10. A method according to claim 8, wherein adjusting a pseudo-random table includes increasing each value in the pseudo-random table by the table base value.
11. A method according to claim 10, wherein adjusting a pseudo-random table further includes determining a remainder for each value in the pseudo-random table modulo a size of the pseudo-random table.
12. A method according to claim 8, wherein selecting a table base value includes randomly selecting the table base value.
13. A method according to claim 8, wherein selecting a table base value includes incrementing a previous table base value.
14. A method according to claim 8, wherein:
the method further comprises selecting a search start offset; and
locating a playable track number includes locating a playable track number in the adjusted pseudo-random table after the search start offset.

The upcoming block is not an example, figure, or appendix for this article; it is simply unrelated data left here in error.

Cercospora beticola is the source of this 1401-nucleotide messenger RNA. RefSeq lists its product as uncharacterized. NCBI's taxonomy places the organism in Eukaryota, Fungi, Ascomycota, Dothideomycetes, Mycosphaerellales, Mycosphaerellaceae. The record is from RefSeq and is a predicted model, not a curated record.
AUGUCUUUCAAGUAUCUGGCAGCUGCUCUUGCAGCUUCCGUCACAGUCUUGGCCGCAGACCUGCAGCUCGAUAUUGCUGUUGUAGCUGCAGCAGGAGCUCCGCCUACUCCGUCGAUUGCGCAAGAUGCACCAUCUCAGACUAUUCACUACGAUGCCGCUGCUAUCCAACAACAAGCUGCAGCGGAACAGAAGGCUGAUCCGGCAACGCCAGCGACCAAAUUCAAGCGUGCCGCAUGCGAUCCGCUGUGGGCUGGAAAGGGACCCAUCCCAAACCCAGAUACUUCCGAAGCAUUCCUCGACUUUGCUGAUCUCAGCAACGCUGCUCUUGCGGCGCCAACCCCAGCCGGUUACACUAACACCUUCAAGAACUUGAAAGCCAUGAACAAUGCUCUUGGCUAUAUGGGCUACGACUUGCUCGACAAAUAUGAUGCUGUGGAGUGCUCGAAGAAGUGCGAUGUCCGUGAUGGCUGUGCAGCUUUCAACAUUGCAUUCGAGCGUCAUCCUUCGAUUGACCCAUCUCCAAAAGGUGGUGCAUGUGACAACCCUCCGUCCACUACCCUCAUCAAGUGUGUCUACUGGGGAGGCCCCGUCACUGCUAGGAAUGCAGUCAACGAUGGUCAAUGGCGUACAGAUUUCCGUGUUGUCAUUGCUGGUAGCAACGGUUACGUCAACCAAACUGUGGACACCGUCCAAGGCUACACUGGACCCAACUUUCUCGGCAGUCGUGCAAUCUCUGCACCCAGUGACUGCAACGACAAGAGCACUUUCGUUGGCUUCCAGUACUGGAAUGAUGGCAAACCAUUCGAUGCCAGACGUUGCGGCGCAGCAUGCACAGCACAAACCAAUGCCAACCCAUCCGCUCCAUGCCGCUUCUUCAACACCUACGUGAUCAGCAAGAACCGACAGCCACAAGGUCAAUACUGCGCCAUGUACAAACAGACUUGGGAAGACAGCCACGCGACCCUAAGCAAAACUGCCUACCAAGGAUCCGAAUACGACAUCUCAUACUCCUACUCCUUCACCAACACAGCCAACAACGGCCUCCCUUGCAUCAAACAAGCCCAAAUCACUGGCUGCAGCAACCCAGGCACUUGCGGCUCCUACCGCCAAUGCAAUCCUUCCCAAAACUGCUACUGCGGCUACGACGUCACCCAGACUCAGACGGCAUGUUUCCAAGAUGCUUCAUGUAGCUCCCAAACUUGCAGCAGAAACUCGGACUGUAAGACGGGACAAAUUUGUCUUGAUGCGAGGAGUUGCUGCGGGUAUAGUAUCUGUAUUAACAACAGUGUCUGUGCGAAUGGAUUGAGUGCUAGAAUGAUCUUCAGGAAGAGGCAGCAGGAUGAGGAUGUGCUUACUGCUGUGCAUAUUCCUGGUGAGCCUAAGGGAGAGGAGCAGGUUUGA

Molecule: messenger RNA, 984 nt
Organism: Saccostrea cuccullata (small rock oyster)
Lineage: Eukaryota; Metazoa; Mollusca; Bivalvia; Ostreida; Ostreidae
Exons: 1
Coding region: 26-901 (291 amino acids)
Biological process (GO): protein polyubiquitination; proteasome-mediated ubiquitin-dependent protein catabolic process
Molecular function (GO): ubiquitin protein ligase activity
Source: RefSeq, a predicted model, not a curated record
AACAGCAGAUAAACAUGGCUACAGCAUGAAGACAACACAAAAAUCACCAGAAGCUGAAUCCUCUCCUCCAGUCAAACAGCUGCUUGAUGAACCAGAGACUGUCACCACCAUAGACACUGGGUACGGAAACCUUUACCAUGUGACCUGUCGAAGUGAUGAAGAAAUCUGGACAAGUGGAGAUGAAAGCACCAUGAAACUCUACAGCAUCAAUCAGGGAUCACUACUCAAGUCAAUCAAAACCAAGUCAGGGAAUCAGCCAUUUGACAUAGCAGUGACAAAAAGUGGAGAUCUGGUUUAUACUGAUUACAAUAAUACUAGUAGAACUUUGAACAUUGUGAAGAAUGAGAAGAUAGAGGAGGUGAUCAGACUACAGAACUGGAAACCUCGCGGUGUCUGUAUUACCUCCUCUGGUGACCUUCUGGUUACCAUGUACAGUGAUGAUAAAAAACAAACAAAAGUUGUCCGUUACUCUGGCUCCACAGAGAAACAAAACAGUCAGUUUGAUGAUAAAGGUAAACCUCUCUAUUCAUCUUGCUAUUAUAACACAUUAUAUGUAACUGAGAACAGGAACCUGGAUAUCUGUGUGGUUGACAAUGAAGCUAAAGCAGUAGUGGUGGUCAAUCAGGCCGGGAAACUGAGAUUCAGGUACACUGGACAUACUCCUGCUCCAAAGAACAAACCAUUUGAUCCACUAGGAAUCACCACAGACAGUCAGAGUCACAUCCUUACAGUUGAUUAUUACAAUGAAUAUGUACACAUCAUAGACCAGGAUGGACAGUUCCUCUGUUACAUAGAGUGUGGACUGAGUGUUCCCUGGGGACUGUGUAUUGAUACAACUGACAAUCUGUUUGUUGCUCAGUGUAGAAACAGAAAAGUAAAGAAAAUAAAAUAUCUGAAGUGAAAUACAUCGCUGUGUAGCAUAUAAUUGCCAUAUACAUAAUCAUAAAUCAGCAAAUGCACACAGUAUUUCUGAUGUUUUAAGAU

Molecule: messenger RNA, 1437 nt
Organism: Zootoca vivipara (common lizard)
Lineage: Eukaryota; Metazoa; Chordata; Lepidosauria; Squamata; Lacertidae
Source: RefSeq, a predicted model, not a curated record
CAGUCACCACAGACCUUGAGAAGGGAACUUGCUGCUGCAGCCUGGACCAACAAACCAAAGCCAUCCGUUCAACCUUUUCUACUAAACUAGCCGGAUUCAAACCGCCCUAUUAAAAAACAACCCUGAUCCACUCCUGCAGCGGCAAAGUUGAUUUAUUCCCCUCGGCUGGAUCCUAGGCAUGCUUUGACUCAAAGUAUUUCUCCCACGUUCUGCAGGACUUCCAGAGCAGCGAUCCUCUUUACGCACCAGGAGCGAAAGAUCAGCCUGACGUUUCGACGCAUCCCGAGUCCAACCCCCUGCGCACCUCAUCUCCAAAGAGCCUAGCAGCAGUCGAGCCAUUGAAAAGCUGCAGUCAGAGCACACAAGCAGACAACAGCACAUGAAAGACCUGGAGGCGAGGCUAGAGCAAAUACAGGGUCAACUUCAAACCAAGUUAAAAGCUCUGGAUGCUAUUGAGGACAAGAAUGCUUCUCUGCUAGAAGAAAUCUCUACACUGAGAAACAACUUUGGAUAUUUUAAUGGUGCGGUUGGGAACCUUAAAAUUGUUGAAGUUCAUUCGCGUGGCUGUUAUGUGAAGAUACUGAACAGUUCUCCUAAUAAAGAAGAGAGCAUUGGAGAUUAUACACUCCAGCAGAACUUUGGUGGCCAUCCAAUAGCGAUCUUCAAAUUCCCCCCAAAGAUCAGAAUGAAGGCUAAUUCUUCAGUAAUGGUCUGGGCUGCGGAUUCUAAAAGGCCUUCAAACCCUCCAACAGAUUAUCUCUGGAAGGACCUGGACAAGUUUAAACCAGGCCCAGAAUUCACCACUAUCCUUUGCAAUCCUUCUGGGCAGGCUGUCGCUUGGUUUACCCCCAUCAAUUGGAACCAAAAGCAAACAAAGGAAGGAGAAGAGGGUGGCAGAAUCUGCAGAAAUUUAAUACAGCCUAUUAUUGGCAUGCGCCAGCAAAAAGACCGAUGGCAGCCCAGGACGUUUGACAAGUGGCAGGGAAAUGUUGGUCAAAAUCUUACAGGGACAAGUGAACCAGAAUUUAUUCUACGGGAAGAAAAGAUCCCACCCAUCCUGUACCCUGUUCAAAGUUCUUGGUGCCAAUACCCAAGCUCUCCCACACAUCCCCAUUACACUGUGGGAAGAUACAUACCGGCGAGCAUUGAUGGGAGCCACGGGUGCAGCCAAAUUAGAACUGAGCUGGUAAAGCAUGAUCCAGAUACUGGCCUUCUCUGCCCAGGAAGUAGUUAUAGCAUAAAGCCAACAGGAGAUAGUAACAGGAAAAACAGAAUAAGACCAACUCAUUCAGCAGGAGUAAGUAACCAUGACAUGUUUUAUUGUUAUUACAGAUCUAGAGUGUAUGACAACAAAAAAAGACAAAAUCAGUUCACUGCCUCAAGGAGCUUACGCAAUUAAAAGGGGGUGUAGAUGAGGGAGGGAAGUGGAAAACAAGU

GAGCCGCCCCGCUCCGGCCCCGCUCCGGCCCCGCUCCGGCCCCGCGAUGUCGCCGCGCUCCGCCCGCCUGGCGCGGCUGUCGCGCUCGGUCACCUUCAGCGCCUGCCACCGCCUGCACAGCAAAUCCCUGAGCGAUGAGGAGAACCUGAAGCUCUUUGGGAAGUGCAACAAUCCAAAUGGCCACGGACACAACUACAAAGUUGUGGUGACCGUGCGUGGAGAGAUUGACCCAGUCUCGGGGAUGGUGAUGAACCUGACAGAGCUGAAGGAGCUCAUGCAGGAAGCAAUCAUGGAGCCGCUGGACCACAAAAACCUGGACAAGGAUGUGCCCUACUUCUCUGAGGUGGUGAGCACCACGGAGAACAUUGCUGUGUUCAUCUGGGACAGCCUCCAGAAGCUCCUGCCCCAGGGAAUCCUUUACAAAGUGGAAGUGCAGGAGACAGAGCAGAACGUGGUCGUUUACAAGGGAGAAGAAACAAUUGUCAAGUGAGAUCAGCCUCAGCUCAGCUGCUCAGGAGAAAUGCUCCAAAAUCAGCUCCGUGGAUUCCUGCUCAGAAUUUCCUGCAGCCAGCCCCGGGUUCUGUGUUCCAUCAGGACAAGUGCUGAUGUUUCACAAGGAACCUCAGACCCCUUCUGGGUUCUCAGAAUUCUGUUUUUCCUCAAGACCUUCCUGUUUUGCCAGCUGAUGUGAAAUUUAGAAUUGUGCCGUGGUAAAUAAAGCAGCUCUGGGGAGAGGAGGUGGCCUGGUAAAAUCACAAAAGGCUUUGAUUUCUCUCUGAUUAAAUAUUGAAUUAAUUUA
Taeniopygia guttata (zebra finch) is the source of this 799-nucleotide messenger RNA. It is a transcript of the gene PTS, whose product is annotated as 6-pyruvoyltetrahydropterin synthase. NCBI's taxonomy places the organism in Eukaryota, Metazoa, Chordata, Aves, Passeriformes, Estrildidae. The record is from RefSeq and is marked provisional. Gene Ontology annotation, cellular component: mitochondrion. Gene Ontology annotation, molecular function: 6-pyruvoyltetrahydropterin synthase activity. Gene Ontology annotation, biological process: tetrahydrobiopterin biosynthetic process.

15. A method according to claim 14, wherein locating a playable track number includes searching from a beginning of the adjusted pseudo-random table if there is no playable track number between the search start offset and an end of the adjusted pseudo-random table.
16. A method according to claim 14, wherein selecting a search start offset includes randomly selecting a search start offset.
17. A method according to claim 8, wherein locating a playable track number includes repeatedly locating the playable track number in the adjusted pseudo-random table.
18. An article comprising:
a storage medium, said storage medium having stored thereon instructions that, when executed by a computing device, result in: